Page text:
Carbohydrate loading: a practical approach (En)

carbohydrates loading

It’s been known the benefits of the carbohydrate loading protocol. I’m going to show you how you can get the maximal benefit from this protocol through a practical approach based on the latest science reviews.

What is a Carbohydrate loading?

It is a strategy used by endurance athletes, such as runners, triathletes or cyclists, to maximize the storage of glycogen (or energy) in the muscles and liver.

Carbohydrate loading is generally recommended for endurance events lasting longer than 60 – 90 minutes.

An exhausting exercise is first performed to deplete the glycogen stores, and a high-fat, high-protein diet is followed for three days to keep the glycogen stores low. After depletion of the muscles, a high-carbohydrate diet is followed for one to three days to restore and supersaturate the muscles with glycogen (5).

What are the benefits of a carbohydrate loading?

The main benefit is a increase in performance. One study (1) shows this during a 25 km trial. They divided  the athletes in 4 groups:

  1. Trained athletes with carbohydrate loading.
  2. Trained athletes without carbohydrate loading.
  3. Untrained athletes with carbohydrate loading.
  4. Untrained athletes without carbohydrate loading.

The results showed that the athletes with lower level of aerobic capacity had better performance time after carbohydrate loading. They ran faster and had a higher glucose and lactate concentrations in the last 5 km.

How to approach a carbo-loading?

Dietary carbohydrates (CHO) should exceed 8 g x kg body mass x day or 10 g x kg lean body mass x day (4).

For instance, for a 70 kg person with a 10% of of of body fat, it would be 63 kg of lean body mass: . I use to do the 1 day protocol, so the total carbs intake would be 10 g x 63 kg x 1 d = 630 g of CHO.

As long as the amount ingested is adequate for loading, the type of CHO is less important, with the exception of 1-d loading protocols where the glycemic index may be an important consideration (3, 4). Raw honey is my favorite for these days along with oats, which I have around 400 gr. The rest is for pasta with tomato or whole bread toasts with marmalade.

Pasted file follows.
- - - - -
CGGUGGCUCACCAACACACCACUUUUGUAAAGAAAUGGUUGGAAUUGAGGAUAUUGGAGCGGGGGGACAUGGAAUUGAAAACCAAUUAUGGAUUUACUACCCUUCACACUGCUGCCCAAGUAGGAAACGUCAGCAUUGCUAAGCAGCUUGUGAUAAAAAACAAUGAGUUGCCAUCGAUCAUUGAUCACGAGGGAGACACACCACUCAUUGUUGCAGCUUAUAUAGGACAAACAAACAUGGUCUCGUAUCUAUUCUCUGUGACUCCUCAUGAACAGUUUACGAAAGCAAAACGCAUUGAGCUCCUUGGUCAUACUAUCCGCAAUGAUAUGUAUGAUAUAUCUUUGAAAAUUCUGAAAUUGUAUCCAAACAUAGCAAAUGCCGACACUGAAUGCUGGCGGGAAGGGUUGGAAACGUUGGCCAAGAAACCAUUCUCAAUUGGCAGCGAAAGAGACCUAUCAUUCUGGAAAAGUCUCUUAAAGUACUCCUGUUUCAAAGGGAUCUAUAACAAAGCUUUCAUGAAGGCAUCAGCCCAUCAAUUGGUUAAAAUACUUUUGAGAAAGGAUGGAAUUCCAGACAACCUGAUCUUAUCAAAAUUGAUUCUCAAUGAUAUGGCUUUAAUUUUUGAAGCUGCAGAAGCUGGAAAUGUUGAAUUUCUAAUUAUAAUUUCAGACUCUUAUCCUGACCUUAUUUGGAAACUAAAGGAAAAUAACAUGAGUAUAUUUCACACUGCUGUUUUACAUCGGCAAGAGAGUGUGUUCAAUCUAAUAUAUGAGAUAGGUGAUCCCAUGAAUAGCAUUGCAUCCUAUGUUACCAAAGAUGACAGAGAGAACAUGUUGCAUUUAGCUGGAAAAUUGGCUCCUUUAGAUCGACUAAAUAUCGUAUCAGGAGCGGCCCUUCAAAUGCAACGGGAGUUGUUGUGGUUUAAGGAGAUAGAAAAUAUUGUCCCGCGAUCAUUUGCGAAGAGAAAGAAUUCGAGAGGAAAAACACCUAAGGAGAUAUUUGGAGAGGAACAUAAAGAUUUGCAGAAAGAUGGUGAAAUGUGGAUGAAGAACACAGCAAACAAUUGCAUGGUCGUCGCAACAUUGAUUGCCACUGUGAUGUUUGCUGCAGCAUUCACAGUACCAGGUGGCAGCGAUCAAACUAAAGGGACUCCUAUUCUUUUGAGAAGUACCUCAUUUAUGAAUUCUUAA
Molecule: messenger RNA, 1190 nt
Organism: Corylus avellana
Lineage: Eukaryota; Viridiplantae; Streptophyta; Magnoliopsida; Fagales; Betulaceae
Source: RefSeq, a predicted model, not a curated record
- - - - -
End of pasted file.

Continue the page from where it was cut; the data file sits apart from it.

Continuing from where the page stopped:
Water intake is very important when we perform a carbohydrate loading. Each 4 g of water bind each 1 g of glycogen. And each kilogram of muscle tissue contains between 10 and 15 gr of glycogen (7). It means that, for a 70 kg person with a 45% of muscle tissue (31,5 kg), it would need: 15 x 31,5 x 4 = 1890 ml or 1,9 liters of water.

I hope you find this article useful and you can enhance your times in the following races!


  1. The effect of a carbohydrate loading on running performance during a 25-km treadmill time trial by level of aerobic capacity in athletes.Sullo A, Monda M, Brizzi G, Meninno V, Papa A, Lombardi P, Fabbri B.
  2. Segmental extracellular and intracellular water distribution and muscle glycogen after 72-h carbohydrate loading using spectroscopic techniques.Shiose K, Yamada Y, Motonaga K, Sagayama H, Higaki Y, Tanaka H, Takahashi H.
  3. Carbohydrate loading in human muscle: an improved 1 day protocol.Bussau VA, Fairchild TJ, Rao A, Steele P, Fournier PA.
  4. The latest on carbohydrate loading: a practical approach.Sedlock DA.
  5. Carbohydrate loading–a review.Forgac MT.
  6. Carbohydrate Nutrition and Team Sport Performance
    Clyde Williamscorresponding author and Ian Rollo
  7. Glycogen storage capacity and de novo lipogenesis during massive carbohydrate overfeeding in man.Acheson KJ1, Schutz Y, Bessard T, Anantharaman K, Flatt JP, Jéquier E

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